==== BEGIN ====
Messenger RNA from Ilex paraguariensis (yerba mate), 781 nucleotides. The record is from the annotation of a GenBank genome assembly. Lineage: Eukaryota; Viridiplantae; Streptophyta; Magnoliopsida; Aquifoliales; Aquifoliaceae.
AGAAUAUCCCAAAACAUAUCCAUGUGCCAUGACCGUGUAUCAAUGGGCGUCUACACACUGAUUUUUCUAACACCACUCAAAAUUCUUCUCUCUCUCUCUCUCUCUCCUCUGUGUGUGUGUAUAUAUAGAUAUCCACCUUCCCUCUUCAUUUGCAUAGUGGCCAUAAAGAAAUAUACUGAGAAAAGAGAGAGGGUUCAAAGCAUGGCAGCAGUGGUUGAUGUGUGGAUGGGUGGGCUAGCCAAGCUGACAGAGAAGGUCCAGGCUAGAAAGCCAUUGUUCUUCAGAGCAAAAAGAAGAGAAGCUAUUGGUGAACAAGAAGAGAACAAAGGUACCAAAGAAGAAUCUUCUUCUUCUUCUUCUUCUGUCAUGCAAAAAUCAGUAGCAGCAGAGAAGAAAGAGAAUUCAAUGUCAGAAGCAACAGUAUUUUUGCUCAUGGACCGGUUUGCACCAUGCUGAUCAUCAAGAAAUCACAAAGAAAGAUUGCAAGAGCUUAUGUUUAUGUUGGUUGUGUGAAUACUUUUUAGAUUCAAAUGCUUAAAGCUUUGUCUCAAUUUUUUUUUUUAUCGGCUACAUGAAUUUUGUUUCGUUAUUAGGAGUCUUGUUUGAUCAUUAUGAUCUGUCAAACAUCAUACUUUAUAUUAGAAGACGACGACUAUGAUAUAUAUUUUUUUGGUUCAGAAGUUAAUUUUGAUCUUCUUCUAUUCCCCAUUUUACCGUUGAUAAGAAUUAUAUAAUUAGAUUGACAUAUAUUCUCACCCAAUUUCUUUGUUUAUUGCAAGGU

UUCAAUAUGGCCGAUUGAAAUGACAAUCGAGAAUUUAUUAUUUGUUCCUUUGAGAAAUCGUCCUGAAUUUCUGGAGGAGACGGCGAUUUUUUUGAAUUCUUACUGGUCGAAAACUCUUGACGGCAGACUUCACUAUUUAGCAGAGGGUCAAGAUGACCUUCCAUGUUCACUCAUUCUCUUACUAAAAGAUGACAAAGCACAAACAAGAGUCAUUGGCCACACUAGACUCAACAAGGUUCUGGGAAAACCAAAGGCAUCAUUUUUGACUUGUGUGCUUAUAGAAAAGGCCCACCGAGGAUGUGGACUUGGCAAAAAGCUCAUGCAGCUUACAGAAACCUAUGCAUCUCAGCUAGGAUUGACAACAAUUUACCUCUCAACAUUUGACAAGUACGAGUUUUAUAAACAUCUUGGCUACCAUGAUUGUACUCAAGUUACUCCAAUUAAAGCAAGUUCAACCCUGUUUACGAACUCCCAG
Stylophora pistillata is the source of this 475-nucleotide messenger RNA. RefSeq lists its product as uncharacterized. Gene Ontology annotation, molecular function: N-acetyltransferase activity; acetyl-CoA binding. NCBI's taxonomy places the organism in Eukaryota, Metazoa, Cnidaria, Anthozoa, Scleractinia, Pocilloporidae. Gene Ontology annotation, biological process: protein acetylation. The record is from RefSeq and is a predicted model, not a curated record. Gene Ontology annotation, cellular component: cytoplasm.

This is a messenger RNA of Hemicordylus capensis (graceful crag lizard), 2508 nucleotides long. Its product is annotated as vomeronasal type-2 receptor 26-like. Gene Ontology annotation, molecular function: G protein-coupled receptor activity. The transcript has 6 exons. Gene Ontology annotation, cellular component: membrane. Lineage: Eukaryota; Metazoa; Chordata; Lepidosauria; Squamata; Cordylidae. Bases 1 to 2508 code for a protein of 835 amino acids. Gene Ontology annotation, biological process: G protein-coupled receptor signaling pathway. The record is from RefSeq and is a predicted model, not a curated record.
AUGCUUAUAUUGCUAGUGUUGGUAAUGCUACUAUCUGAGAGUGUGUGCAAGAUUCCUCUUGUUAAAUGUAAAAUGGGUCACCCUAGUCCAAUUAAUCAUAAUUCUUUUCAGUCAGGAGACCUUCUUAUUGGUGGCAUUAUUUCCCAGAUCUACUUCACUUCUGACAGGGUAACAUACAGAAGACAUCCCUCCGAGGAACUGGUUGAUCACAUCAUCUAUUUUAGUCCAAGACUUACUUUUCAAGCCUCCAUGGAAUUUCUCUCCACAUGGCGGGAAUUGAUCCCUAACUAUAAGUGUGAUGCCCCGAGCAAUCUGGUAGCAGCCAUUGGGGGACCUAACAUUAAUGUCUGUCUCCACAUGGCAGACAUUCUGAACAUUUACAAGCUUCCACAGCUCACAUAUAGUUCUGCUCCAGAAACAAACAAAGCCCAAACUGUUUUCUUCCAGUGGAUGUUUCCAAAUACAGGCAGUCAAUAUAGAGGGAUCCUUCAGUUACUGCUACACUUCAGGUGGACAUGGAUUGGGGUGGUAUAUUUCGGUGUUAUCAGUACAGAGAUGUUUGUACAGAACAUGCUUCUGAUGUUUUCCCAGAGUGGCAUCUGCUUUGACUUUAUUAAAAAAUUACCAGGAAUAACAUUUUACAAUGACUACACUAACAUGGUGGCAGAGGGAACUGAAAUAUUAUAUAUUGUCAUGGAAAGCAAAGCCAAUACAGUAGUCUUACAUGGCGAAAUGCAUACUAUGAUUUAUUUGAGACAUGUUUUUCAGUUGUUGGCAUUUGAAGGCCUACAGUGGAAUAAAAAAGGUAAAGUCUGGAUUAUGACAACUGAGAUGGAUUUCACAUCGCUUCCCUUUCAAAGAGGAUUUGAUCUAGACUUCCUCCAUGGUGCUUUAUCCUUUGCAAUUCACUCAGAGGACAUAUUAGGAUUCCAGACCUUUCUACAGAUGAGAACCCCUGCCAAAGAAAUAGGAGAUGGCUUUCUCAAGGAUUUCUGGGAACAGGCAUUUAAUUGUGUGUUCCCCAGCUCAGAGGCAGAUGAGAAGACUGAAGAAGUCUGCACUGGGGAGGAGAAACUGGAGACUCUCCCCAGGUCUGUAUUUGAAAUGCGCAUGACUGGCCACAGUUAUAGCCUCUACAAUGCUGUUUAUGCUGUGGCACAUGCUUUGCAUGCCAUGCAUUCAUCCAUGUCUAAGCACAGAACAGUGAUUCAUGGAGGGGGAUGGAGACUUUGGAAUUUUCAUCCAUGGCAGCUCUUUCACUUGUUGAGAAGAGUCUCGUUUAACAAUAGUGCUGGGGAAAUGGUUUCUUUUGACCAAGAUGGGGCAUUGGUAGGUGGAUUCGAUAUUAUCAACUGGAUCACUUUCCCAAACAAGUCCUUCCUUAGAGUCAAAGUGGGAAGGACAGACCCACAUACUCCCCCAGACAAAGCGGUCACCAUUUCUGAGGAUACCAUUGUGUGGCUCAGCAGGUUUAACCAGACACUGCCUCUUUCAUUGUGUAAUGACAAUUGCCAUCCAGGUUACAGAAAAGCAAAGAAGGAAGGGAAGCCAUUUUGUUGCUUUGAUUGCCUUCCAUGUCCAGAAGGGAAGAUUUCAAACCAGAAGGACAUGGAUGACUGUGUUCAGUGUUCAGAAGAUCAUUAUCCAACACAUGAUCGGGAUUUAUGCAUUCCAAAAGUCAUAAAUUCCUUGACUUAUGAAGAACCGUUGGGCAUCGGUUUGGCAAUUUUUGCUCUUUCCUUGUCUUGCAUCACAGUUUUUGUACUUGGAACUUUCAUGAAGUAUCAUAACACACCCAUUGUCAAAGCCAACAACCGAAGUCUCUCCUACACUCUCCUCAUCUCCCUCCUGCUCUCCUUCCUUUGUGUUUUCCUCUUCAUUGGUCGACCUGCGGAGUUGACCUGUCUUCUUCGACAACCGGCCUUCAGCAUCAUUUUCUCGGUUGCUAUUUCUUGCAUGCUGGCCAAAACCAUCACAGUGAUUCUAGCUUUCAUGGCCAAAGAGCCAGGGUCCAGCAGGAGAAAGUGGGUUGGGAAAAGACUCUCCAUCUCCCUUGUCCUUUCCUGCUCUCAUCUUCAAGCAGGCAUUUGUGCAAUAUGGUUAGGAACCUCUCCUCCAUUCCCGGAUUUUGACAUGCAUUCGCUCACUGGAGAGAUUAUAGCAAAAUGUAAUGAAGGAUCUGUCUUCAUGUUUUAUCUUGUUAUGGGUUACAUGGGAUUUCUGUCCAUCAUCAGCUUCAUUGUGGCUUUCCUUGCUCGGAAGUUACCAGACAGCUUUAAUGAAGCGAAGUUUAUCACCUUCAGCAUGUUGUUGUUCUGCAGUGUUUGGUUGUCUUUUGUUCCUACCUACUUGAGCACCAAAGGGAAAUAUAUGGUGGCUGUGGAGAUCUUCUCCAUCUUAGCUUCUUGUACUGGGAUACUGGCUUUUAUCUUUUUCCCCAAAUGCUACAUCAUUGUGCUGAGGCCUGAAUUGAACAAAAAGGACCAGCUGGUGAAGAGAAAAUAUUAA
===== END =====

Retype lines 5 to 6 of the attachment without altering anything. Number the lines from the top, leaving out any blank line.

This is a messenger RNA of Hemicordylus capensis (graceful crag lizard), 2508 nucleotides long. Its product is annotated as vomeronasal type-2 receptor 26-like. Gene Ontology annotation, molecular function: G protein-coupled receptor activity. The transcript has 6 exons. Gene Ontology annotation, cellular component: membrane. Lineage: Eukaryota; Metazoa; Chordata; Lepidosauria; Squamata; Cordylidae. Bases 1 to 2508 code for a protein of 835 amino acids. Gene Ontology annotation, biological process: G protein-coupled receptor signaling pathway. The record is from RefSeq and is a predicted model, not a curated record.
AUGCUUAUAUUGCUAGUGUUGGUAAUGCUACUAUCUGAGAGUGUGUGCAAGAUUCCUCUUGUUAAAUGUAAAAUGGGUCACCCUAGUCCAAUUAAUCAUAAUUCUUUUCAGUCAGGAGACCUUCUUAUUGGUGGCAUUAUUUCCCAGAUCUACUUCACUUCUGACAGGGUAACAUACAGAAGACAUCCCUCCGAGGAACUGGUUGAUCACAUCAUCUAUUUUAGUCCAAGACUUACUUUUCAAGCCUCCAUGGAAUUUCUCUCCACAUGGCGGGAAUUGAUCCCUAACUAUAAGUGUGAUGCCCCGAGCAAUCUGGUAGCAGCCAUUGGGGGACCUAACAUUAAUGUCUGUCUCCACAUGGCAGACAUUCUGAACAUUUACAAGCUUCCACAGCUCACAUAUAGUUCUGCUCCAGAAACAAACAAAGCCCAAACUGUUUUCUUCCAGUGGAUGUUUCCAAAUACAGGCAGUCAAUAUAGAGGGAUCCUUCAGUUACUGCUACACUUCAGGUGGACAUGGAUUGGGGUGGUAUAUUUCGGUGUUAUCAGUACAGAGAUGUUUGUACAGAACAUGCUUCUGAUGUUUUCCCAGAGUGGCAUCUGCUUUGACUUUAUUAAAAAAUUACCAGGAAUAACAUUUUACAAUGACUACACUAACAUGGUGGCAGAGGGAACUGAAAUAUUAUAUAUUGUCAUGGAAAGCAAAGCCAAUACAGUAGUCUUACAUGGCGAAAUGCAUACUAUGAUUUAUUUGAGACAUGUUUUUCAGUUGUUGGCAUUUGAAGGCCUACAGUGGAAUAAAAAAGGUAAAGUCUGGAUUAUGACAACUGAGAUGGAUUUCACAUCGCUUCCCUUUCAAAGAGGAUUUGAUCUAGACUUCCUCCAUGGUGCUUUAUCCUUUGCAAUUCACUCAGAGGACAUAUUAGGAUUCCAGACCUUUCUACAGAUGAGAACCCCUGCCAAAGAAAUAGGAGAUGGCUUUCUCAAGGAUUUCUGGGAACAGGCAUUUAAUUGUGUGUUCCCCAGCUCAGAGGCAGAUGAGAAGACUGAAGAAGUCUGCACUGGGGAGGAGAAACUGGAGACUCUCCCCAGGUCUGUAUUUGAAAUGCGCAUGACUGGCCACAGUUAUAGCCUCUACAAUGCUGUUUAUGCUGUGGCACAUGCUUUGCAUGCCAUGCAUUCAUCCAUGUCUAAGCACAGAACAGUGAUUCAUGGAGGGGGAUGGAGACUUUGGAAUUUUCAUCCAUGGCAGCUCUUUCACUUGUUGAGAAGAGUCUCGUUUAACAAUAGUGCUGGGGAAAUGGUUUCUUUUGACCAAGAUGGGGCAUUGGUAGGUGGAUUCGAUAUUAUCAACUGGAUCACUUUCCCAAACAAGUCCUUCCUUAGAGUCAAAGUGGGAAGGACAGACCCACAUACUCCCCCAGACAAAGCGGUCACCAUUUCUGAGGAUACCAUUGUGUGGCUCAGCAGGUUUAACCAGACACUGCCUCUUUCAUUGUGUAAUGACAAUUGCCAUCCAGGUUACAGAAAAGCAAAGAAGGAAGGGAAGCCAUUUUGUUGCUUUGAUUGCCUUCCAUGUCCAGAAGGGAAGAUUUCAAACCAGAAGGACAUGGAUGACUGUGUUCAGUGUUCAGAAGAUCAUUAUCCAACACAUGAUCGGGAUUUAUGCAUUCCAAAAGUCAUAAAUUCCUUGACUUAUGAAGAACCGUUGGGCAUCGGUUUGGCAAUUUUUGCUCUUUCCUUGUCUUGCAUCACAGUUUUUGUACUUGGAACUUUCAUGAAGUAUCAUAACACACCCAUUGUCAAAGCCAACAACCGAAGUCUCUCCUACACUCUCCUCAUCUCCCUCCUGCUCUCCUUCCUUUGUGUUUUCCUCUUCAUUGGUCGACCUGCGGAGUUGACCUGUCUUCUUCGACAACCGGCCUUCAGCAUCAUUUUCUCGGUUGCUAUUUCUUGCAUGCUGGCCAAAACCAUCACAGUGAUUCUAGCUUUCAUGGCCAAAGAGCCAGGGUCCAGCAGGAGAAAGUGGGUUGGGAAAAGACUCUCCAUCUCCCUUGUCCUUUCCUGCUCUCAUCUUCAAGCAGGCAUUUGUGCAAUAUGGUUAGGAACCUCUCCUCCAUUCCCGGAUUUUGACAUGCAUUCGCUCACUGGAGAGAUUAUAGCAAAAUGUAAUGAAGGAUCUGUCUUCAUGUUUUAUCUUGUUAUGGGUUACAUGGGAUUUCUGUCCAUCAUCAGCUUCAUUGUGGCUUUCCUUGCUCGGAAGUUACCAGACAGCUUUAAUGAAGCGAAGUUUAUCACCUUCAGCAUGUUGUUGUUCUGCAGUGUUUGGUUGUCUUUUGUUCCUACCUACUUGAGCACCAAAGGGAAAUAUAUGGUGGCUGUGGAGAUCUUCUCCAUCUUAGCUUCUUGUACUGGGAUACUGGCUUUUAUCUUUUUCCCCAAAUGCUACAUCAUUGUGCUGAGGCCUGAAUUGAACAAAAAGGACCAGCUGGUGAAGAGAAAAUAUUAA